Accounts Payable vs Accounts Receivable Detailed Comparison

Accounts Payable vs Receivable

If you’re a newbie in bookkeeping and accounting then certainly you may get confused about accounts payable and accounts receivable. For starters, both operations are part of the accounting cycle, plus organizations that employ double-entry or accrual accounting frequently use them. But while accounts payable and receivable may be administered in a similar manner, there are several significant differences between the two, the most notable of which is that accounts payable is a liability account, whilst accounts receivable is an asset account. As you may recall, assets are everything your company possesses, while liabilities are everything it owes. It’ll be much easier to manage accounts payable and accounts receivable for your firm if you remember this distinction. Hence, this post will explain the major differences between accounts payable vs accounts receivable.

Accounts Payable vs Accounts Receivable

Generally, comparing accounts payable vs accounts receivable starts with their definitions. Other distinctions are pretty much visible in their mode of operations, processes, and so on.

What Exactly are Accounts Payable?

Accounts payable is the amount owed by your company to vendors for products acquired on credit. Accounts payable often include items like:

Basically, it’s up to your vendors to decide whether or not to offer credit terms to your company. If they do, any invoice you get will almost certainly have a particular pay-by date that you must adhere to in order to avoid violating the credit terms in place.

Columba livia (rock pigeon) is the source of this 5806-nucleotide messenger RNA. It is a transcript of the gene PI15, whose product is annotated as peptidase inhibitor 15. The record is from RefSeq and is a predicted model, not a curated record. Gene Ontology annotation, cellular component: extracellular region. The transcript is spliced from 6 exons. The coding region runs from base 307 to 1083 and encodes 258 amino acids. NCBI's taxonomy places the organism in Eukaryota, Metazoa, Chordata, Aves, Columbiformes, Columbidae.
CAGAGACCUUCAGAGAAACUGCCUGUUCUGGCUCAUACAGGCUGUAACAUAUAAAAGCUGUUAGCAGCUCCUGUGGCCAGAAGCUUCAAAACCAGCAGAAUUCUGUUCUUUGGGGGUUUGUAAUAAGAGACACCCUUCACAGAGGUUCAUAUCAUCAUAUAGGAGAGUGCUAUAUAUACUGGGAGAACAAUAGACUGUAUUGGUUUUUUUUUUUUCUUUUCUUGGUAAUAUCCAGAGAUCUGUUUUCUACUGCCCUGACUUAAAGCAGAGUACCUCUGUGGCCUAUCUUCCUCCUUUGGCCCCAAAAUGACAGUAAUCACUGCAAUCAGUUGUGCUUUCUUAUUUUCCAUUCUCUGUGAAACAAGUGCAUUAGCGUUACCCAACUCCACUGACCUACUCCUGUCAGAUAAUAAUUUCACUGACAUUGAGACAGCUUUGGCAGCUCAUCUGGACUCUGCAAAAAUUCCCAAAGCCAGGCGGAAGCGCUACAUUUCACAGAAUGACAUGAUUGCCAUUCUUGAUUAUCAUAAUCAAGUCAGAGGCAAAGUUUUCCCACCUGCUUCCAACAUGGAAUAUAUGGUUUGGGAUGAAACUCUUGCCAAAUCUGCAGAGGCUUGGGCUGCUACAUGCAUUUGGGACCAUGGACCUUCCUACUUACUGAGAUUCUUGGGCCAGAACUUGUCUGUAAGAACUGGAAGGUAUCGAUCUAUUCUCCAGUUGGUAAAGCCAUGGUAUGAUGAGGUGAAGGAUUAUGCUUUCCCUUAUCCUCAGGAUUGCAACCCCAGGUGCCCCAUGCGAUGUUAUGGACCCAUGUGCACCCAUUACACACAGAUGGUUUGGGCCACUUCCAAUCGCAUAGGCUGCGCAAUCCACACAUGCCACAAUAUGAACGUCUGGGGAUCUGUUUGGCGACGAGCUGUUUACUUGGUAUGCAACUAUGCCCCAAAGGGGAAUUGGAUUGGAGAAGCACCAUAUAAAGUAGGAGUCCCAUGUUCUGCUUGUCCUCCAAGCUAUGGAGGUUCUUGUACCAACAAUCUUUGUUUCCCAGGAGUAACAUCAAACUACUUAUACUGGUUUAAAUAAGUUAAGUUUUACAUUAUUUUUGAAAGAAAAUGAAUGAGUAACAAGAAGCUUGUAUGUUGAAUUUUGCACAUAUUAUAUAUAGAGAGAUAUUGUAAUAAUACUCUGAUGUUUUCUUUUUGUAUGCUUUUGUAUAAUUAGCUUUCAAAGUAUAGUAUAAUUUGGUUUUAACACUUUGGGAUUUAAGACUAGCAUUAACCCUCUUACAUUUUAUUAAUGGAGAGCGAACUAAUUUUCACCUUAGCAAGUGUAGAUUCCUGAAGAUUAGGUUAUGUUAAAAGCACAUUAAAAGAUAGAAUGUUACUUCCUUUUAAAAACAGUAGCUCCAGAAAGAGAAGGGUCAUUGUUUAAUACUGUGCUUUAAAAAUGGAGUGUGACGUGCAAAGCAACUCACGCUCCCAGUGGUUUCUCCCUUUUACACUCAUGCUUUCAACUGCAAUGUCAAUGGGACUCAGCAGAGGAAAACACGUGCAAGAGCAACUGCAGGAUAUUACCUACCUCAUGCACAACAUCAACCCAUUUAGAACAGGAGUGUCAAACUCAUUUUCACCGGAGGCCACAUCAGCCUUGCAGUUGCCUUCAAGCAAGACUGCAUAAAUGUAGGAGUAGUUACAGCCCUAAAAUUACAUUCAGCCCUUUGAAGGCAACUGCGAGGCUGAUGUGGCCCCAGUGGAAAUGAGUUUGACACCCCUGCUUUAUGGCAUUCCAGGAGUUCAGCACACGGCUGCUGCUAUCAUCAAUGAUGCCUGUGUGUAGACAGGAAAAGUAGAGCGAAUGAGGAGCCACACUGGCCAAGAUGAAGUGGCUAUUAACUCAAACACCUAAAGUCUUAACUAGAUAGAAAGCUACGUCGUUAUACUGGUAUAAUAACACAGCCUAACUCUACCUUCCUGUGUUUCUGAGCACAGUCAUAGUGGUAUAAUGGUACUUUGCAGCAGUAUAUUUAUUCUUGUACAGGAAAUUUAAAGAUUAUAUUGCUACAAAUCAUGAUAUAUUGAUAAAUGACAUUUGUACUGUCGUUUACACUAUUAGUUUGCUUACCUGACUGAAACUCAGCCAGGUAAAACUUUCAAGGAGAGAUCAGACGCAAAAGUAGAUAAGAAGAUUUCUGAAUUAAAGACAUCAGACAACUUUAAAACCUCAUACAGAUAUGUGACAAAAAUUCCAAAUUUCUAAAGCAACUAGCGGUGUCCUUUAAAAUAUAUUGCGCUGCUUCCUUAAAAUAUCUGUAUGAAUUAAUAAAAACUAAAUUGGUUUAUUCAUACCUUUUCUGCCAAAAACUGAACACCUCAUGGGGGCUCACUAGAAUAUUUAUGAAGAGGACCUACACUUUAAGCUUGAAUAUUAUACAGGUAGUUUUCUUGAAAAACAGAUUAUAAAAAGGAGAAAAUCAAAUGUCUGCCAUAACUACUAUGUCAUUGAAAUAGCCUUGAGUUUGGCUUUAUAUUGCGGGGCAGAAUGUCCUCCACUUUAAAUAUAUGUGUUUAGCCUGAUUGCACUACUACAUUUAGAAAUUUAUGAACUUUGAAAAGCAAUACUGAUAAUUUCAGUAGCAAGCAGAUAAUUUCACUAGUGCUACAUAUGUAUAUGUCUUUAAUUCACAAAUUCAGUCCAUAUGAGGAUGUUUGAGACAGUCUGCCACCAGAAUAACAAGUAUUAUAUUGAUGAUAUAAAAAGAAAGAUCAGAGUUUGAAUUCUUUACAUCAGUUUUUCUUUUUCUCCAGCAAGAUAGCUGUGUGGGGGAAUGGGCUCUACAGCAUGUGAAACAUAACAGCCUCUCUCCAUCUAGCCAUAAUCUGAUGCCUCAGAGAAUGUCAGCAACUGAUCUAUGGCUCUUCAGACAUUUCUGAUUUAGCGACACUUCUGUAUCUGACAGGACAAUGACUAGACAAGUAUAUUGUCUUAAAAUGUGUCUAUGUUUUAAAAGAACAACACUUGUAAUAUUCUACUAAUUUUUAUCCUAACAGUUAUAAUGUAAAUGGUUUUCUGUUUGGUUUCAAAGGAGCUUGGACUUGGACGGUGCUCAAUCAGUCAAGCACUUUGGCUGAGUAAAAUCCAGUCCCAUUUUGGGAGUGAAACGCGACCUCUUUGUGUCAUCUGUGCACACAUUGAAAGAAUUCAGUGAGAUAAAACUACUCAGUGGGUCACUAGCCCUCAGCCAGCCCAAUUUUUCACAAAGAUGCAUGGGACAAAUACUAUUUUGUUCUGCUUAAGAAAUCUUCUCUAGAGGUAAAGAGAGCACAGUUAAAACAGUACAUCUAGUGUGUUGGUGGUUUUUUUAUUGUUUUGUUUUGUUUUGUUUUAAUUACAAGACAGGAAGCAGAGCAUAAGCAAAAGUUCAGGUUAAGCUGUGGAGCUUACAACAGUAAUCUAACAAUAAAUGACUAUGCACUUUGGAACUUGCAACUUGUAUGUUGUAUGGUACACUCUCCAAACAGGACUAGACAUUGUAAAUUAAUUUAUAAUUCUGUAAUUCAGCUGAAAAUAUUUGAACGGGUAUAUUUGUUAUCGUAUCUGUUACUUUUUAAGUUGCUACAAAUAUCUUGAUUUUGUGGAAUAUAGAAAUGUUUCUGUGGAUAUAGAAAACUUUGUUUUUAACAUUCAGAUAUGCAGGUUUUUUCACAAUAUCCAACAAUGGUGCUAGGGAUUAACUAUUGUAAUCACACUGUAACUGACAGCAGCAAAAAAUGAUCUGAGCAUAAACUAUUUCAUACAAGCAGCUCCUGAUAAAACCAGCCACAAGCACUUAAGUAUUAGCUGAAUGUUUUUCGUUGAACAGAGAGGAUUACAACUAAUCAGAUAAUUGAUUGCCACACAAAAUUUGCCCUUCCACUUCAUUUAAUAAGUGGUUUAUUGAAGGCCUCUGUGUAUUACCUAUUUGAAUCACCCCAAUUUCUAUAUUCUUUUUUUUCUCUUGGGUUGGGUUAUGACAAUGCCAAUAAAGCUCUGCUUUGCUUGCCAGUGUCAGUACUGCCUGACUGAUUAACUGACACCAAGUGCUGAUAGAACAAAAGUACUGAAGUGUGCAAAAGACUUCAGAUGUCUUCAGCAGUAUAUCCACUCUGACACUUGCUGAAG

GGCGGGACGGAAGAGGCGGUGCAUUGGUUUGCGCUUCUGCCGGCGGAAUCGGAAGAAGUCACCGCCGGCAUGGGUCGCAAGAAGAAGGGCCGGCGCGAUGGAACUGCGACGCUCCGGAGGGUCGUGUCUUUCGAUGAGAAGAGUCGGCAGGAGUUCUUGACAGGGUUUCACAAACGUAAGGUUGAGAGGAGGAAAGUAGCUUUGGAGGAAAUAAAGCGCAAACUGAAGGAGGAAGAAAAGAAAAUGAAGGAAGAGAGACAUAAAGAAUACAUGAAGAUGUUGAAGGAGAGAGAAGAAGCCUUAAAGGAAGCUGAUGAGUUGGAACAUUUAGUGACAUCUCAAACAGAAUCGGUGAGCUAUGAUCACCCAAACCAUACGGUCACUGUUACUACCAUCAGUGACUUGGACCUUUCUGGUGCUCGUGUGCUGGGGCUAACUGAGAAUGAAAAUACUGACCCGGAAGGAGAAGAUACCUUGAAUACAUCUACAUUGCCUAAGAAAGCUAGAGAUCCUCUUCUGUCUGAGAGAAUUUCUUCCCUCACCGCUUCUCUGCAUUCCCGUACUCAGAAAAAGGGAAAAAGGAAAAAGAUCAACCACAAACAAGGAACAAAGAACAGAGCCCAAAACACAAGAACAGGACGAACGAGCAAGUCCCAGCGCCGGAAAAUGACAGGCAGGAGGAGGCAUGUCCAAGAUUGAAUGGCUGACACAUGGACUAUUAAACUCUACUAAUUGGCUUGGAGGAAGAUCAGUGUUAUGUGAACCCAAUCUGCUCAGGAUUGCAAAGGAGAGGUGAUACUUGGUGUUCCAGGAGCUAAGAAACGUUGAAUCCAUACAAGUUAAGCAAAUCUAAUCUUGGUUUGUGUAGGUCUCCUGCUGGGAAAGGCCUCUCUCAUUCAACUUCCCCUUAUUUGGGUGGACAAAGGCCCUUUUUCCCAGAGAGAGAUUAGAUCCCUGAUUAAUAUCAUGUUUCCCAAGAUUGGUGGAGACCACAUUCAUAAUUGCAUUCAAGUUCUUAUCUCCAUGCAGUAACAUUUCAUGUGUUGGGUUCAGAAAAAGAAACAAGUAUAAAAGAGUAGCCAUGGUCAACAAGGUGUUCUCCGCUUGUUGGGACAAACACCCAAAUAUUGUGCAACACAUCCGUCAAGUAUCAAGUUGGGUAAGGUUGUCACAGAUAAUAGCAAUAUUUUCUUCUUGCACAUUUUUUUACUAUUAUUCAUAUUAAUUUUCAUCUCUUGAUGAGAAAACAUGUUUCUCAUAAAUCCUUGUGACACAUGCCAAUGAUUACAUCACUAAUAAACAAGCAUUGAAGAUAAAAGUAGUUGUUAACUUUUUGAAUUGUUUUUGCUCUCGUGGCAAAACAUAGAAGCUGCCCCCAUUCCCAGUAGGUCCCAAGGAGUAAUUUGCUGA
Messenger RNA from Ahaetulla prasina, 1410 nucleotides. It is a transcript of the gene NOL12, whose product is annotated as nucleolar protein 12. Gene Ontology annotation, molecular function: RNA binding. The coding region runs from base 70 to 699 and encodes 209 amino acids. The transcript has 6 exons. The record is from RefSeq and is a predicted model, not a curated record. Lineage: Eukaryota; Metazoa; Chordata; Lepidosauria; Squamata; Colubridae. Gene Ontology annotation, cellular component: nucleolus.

For example, your company has printed 25 pamphlets to deliver to potential consumers. The vendor agrees to sell you these items on credit, with payment due 30 days from the date of the invoice.

The delivery comes in the next day, along with a bill for $500. To record the bill into accounts payable, make the following journal entry:

15-08-2021Printing Expense$500
15-08-2021 Accounts Payable$500
Accounts Payable Journal Entry

In other words, recording accounts payable also means that the amount of the invoice or expense will be added to your accounts payable liabilities. So when it’s time to pay the bill, you’ll need to debit accounts payable and credit your cash account to show that the bill has been paid, reducing your liabilities account.

Meanwhile, most accounting software solutions handle vendor management, accurate spending allocation, and the capacity to track due dates to ensure payments are made on time, making the accounts payable process considerably easier.

Read Also: Automating Accounts Payable Process: What You Should Know Before Automation

But then accounts payable isn’t just about paying bills. Accounts payable management for your business allows you to develop beneficial professional relationships with vendors and suppliers while also ensuring that you pay your invoices on time, avoiding costly late fees.

How to Keep Accounts Payable Records

The following invoice is received by Bridget O’Brien for services from Paul’s Plumbing Co. Because the company got the services on credit, this invoice is recorded as an accounts payable item when it is received.